Thousands of Canadian women looked to the future while acknowledging the past on Saturday as they took to the streets for a second co-ordinated round of protest marches.
The scenes in at least 38 communities coast to coast were reminiscent of the women's marches that sprang up around the globe a year ago this weekend in the wake of Donald Trump's inauguration as U.S. president.
Fuelled by anger against his divisive policies and boasts of sexual misconduct against women, hundreds of thousands of people organized marches around the world and used the events to proclaim messages of inclusion, equality and empowerment.
One year later, marchers were out in force again in hopes of extending those messages to an even wider audience.
READ MORE: Women's movement has come a long way since their march on Washington
In Montreal, amid a colourful sea of knitted caps and homemade signs, hundreds of people packed a downtown square for an event organizers characterized as a fight for the rights of women of all races, political affiliations, sexual orientations and gender identities.
U.S.-born Montreal resident Amandah Goldsmith showed up alone, carrying a sign that read "all colours, all nationalities deserve rights & respect."
Goldsmith was one of the estimated half-million people who converged on the U.S. capital of Washington in last year's most high-profile women's march.
Today, citing a rise in right-wing sentiment and increasing polarization in the U.S. that led to a government shutdown on Friday night, Goldsmith said it was more important than ever to take a stand for human rights and ensure that they are preserved in her new home country.
"I'm here to protect Canada because it's happening all over the world, a fear, and it's springing from pure ignorance," she said. "So the more people go out and speak, the better off the world will be."
Many of Saturday's protesters said they felt propelled by a sense of momentum they little imagined during last year's marches.
Canadian organizers said the 38 communities hosting marches, rallies and other events had serged more than 20 per cent from the number that took part last January.
Numerous activists pointed to a shift in the way women's voices have been heard and acknowledged in the months since the original march.
Many referenced the #MeToo phenomenon, an outpouring of women speaking out against their experiences with sexual harassment and assault. That outpouring was itself the result of powerful men, including Hollywood titan Harvey Weinstein, being called to account for alleged sexual misconduct.
Kristina Snyder, who attended the Montreal event, said such candid conversations about women's experiences have ensured the movement has a focus well beyond U.S. politics.
"It's more now about raising women's voices," she said. "The election has (something) to do with it, but (the movement) has definitely widened and has a much broader base."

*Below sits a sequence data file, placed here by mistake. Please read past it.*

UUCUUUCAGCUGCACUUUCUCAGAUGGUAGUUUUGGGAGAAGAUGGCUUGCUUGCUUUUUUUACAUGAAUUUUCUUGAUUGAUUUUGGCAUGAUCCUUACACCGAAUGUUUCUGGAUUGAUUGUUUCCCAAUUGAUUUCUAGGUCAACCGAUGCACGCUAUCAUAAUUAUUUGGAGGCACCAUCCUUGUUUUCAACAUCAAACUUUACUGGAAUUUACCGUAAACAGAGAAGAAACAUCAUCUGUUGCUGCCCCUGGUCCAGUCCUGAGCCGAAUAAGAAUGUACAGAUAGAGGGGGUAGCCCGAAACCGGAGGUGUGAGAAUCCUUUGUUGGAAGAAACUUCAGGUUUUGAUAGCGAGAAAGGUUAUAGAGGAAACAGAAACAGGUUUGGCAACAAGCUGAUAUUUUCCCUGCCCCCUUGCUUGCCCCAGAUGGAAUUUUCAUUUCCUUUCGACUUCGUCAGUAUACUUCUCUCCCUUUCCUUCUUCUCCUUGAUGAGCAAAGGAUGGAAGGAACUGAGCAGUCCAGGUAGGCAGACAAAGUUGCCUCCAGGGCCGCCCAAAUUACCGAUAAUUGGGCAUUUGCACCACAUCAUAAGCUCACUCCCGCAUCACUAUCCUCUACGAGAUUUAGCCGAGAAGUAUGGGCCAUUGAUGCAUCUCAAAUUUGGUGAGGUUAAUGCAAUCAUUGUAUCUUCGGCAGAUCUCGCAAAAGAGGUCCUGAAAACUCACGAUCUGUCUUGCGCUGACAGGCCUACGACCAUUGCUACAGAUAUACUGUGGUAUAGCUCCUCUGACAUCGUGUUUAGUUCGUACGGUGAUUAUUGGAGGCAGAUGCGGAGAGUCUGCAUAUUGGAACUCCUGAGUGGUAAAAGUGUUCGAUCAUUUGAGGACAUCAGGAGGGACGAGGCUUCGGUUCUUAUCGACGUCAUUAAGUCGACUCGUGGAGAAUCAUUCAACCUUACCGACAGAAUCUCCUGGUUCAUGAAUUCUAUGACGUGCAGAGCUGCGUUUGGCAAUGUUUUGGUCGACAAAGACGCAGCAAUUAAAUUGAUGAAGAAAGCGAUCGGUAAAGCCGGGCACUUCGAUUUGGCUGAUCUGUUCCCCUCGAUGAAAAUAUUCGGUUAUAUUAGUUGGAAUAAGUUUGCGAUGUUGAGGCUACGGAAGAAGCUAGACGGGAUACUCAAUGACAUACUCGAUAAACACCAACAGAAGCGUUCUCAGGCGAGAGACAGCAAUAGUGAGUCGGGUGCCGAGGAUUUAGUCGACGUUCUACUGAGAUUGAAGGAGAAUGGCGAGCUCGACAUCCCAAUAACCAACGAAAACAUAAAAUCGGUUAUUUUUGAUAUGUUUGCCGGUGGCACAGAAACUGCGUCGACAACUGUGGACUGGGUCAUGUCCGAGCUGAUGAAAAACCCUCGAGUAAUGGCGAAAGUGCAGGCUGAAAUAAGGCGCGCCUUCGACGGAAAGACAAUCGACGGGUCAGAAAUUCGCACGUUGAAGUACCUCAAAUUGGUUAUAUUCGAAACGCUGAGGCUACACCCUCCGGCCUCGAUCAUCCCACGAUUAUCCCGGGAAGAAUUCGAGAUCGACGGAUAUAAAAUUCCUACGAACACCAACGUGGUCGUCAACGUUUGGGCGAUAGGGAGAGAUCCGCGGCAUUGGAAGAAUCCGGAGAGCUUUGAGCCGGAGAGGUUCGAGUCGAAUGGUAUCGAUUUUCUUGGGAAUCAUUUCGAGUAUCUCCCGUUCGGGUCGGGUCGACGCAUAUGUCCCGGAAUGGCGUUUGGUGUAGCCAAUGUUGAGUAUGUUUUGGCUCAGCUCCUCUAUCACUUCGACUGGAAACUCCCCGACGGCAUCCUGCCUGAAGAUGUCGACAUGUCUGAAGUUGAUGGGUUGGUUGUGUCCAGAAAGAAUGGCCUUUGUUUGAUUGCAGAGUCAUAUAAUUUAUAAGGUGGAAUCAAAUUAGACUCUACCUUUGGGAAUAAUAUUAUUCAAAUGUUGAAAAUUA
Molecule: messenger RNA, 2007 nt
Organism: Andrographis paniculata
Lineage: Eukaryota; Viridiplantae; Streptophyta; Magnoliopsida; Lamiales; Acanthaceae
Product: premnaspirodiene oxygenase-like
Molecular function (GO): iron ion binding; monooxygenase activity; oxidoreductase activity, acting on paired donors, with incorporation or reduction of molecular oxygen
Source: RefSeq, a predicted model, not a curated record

Rather than dwelling on the successful expansion of their cause, however, activists in Canada and abroad are using the events to focusing on the future.
"This year it's ... moving more into tangible actions," said Jillian Coey, who travelled from northern Ontario to take part in a well-attended march in downtown Toronto. "Really shifting the conversation into the realm of things that have not historically been talked about or believed."
In the U.S. the major march organized to honour last year's event also has its sights set on upcoming elections.
Rather than returning to Washington, American activists are holding a "Power to the Polls" rally in Las Vegas, Nev., on Sunday, launching a voter registration tour and putting out the message that the next step is all about votes.
They say they're looking ahead to the 2018 midterm elections, hoping to propel more progressive candidates into public office and deal the White House and the all-Republican government a major setback.
Amid the calls for unity and inclusion, however, some groups argued that the loosely organized movement had not allowed their voices to be heard.
In Halifax, where a primary march took place in the morning, transgender and other activists walked through the event wafting pink smoke over the crowd before congregating at a separate event elsewhere in the city.
Jade Byard Peek, a transgender woman of African-Nova Scotian and Mi'kmaq heritage, said she and others felt uncomfortable and under attack at last year's events.
When she shared her experiences with event organizers, she said she received "near death threats" and was called an "angry black man" on social media.
"There is a belief that we have equity, equality and that everything is all dandy, but even here in Halifax, that doesn't exist," Byard Peek told the crowd at the offshoot march dubbed the intersectional women's event.
—With files by Marie-Esperance Cerda in Toronto, Morgan Lowrie in Montreal and Adina Bresge in Halifax.